For women, the treatment approach significantly affected the incidence of the primary end point: 33% of women in the rhythm control group experienced the primary end point compared with 11% in the rate control group. This unequal distribution of end points was mainly the result of the occurrence of adverse effects from antiarrhythmic medications, thromboembolic complications, and heart failure. For women, an independent association was shown between the occurrence of the primary end point over time and treatment with rhythm control (adjusted hazard ratio = 3.1; 95% confidence interval, 1.5-6.3; = .002) in multivariate Cox proportional hazard regression analysis. No relation existed between treatment and event-free survival in men. The sex-related differences in QOL shown at baseline persisted during follow-up. Treatment strategy did not influence QOL in women.
The Atrial Fibrillation Follow-up Investigation of Rhythm Management (AFFIRM), RACE, Pharmacological Intervention in Atrial Fibrillation (PIAF), and Strategies of Treatment of Atrial Fibrillation (STAF) studies have shown that rate control and rhythm control are similar with regard to cardiovascular death and morbidity.7-10 The current study, however, indicates that this result cannot directly be applied to women with recurrent persistent atrial fibrillation.11,13 Although men and women had similar morbidity and mortality rates, more women receiving rhythm control treatment experienced end points than women receiving rate control treatment, mainly as a result of more cardiovascular mortality, serious adverse effects from antiarrhythmic medications, heart failure, and thromboembolic complications. The end point occurred in 33% of women in the rhythm control group vs 11% of women in the rate control group. There were no differences in the oc­currence of the primary end point between men in the rate control vs rhythm control groups.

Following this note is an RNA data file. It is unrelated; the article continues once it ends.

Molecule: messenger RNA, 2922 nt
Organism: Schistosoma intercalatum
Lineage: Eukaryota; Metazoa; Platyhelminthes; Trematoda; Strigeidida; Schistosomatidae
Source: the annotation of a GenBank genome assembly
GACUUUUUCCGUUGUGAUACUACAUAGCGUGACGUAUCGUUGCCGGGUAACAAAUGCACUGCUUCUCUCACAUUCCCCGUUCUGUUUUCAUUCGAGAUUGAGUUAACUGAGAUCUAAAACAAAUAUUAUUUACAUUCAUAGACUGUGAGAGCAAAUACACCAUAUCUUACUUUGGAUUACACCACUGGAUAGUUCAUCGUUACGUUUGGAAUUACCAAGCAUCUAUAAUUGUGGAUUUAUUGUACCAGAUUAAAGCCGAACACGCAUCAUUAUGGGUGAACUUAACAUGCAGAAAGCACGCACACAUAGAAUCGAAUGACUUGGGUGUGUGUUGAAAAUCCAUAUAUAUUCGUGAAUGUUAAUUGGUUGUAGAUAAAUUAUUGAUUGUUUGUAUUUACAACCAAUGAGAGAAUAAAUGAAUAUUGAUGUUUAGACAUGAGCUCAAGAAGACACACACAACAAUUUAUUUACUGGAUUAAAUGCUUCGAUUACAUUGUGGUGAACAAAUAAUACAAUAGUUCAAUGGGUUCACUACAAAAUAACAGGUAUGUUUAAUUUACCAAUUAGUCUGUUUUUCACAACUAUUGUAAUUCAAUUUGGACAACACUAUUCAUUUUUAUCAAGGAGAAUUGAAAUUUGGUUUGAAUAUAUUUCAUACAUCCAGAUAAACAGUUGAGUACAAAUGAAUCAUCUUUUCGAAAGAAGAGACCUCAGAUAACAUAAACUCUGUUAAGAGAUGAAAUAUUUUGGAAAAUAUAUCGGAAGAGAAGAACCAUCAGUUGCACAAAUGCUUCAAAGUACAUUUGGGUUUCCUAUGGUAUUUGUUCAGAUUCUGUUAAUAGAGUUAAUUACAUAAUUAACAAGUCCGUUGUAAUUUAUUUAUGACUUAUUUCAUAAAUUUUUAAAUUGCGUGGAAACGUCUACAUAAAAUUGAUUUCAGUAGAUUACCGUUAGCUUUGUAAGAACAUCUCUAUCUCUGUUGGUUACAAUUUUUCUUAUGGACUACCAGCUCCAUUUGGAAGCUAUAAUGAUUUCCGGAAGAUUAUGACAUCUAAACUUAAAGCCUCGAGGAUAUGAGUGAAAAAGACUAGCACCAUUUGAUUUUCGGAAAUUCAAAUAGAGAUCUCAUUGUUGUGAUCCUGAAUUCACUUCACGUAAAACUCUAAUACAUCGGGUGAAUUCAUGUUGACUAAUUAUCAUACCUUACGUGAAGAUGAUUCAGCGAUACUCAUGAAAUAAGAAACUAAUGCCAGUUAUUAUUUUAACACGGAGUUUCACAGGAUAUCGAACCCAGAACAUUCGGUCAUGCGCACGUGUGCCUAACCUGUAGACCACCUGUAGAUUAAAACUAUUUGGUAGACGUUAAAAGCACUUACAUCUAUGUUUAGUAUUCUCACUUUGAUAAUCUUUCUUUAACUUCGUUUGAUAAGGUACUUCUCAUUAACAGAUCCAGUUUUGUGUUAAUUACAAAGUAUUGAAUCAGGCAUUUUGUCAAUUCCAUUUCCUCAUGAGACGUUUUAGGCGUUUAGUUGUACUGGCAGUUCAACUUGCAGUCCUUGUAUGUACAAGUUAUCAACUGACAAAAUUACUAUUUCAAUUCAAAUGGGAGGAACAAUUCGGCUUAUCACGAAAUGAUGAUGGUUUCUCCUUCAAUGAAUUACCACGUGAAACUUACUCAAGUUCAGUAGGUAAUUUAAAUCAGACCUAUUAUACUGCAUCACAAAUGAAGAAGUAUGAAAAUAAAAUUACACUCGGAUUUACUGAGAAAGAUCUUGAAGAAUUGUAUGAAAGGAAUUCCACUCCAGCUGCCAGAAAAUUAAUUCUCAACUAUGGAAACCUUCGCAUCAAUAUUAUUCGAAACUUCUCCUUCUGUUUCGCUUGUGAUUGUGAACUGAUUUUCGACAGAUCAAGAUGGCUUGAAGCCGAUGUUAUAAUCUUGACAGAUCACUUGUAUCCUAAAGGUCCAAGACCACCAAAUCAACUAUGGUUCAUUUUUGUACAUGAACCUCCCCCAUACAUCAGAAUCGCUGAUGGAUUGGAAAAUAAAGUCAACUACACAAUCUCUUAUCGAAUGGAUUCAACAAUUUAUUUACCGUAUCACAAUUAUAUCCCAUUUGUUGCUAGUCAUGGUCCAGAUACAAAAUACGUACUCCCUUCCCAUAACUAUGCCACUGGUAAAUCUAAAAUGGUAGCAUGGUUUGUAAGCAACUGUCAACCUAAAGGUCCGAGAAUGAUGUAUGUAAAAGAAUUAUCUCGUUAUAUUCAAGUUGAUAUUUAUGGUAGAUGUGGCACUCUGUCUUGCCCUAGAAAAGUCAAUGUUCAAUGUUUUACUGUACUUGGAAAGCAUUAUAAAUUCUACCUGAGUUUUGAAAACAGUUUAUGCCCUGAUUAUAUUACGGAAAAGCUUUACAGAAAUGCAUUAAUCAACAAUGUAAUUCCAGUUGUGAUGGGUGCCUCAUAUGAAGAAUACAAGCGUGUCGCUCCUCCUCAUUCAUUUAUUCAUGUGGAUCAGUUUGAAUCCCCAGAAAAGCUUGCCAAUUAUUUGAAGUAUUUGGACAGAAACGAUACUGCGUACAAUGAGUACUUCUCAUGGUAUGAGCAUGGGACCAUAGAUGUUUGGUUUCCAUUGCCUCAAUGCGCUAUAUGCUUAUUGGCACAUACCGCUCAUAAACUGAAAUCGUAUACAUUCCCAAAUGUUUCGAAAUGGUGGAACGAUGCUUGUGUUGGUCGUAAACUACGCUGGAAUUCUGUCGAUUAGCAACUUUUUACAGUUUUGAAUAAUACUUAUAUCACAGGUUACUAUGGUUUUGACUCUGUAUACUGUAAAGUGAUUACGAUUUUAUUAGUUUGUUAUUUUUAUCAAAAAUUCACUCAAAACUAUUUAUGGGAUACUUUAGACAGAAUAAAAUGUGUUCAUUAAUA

The relatively large number of thromboembolic complications and hospitalizations for heart failure in women in the rhythm control arm may have been caused by hypertension and the constantly present higher systolic blood pressure, although we statistically adjusted for those effects. Furthermore, it is known that diastolic heart failure is more common in women.14 This may also have been the case in our study, especially because of the high prevalence of hypertension in women. Unfortunately, diastolic dysfunction was not measured in the RACE study.
The observed dissimilarity in patient characteristics between men and women was consistent with the findings of other studies.5,15 Women were older and had more symptoms, poorer QOL, and an increased prevalence of hypertension and diabetes. In contrast, men had a higher prevalence of coronary artery disease, including previous MI. Although we observed no significant differences in the occurrence of cardiovascular morbidity and mortality, we noticed important differences in the distribution of bleeding and severe adverse effects of antiarrhythmic drugs between men and women. Women may have had a lower rate of bleeding because they may not have taken their anticoagulant medication or they may have been less apt to have it prescribed for them.5 Women experienced most of the severe adverse effects from antiarrhythmic medications, which were not due to tachyarrhythmias but rather to the uncovering of sick sinus syndrome triggering symptomatic bradycardia.
Compared with men and healthy control women, QOL was significantly reduced in women. The treatment strategy did not influence QOL in women. Therefore, women with persistent atrial fibrillation do not benefit from a rhythm control strategy. Because QOL is not improved and significantly more cardiovascular morbidity and mortality occurs with this strategy, a pharmacologic rhythm control approach is not beneficial for women. Rate control may therefore be adopted as first-choice therapy. In cases of severe symptoms, however, a nonpharmacologic rhythm control approach should be considered.
We evaluated cardiovascular morbidity, mortality, and QOL among men and women with persistent atrial fibrillation and compared the effects of rate control treatment with sinus rhythm restoration and maintenance in a substudy of the RACE study. Rhythm control treatment was associated with greater cardiovascular morbidity and mortality in women, mainly because of more heart failure, thromboembolic complications, and severe adverse effects of antiarrhythmic drugs. Because treatment did not influence QOL, rate control may be considered as first-choice therapy in women. Future studies are needed to assess the outcome of nonpharmacologic rhythm control approaches, in particular, curative catheter ablation procedures, for women.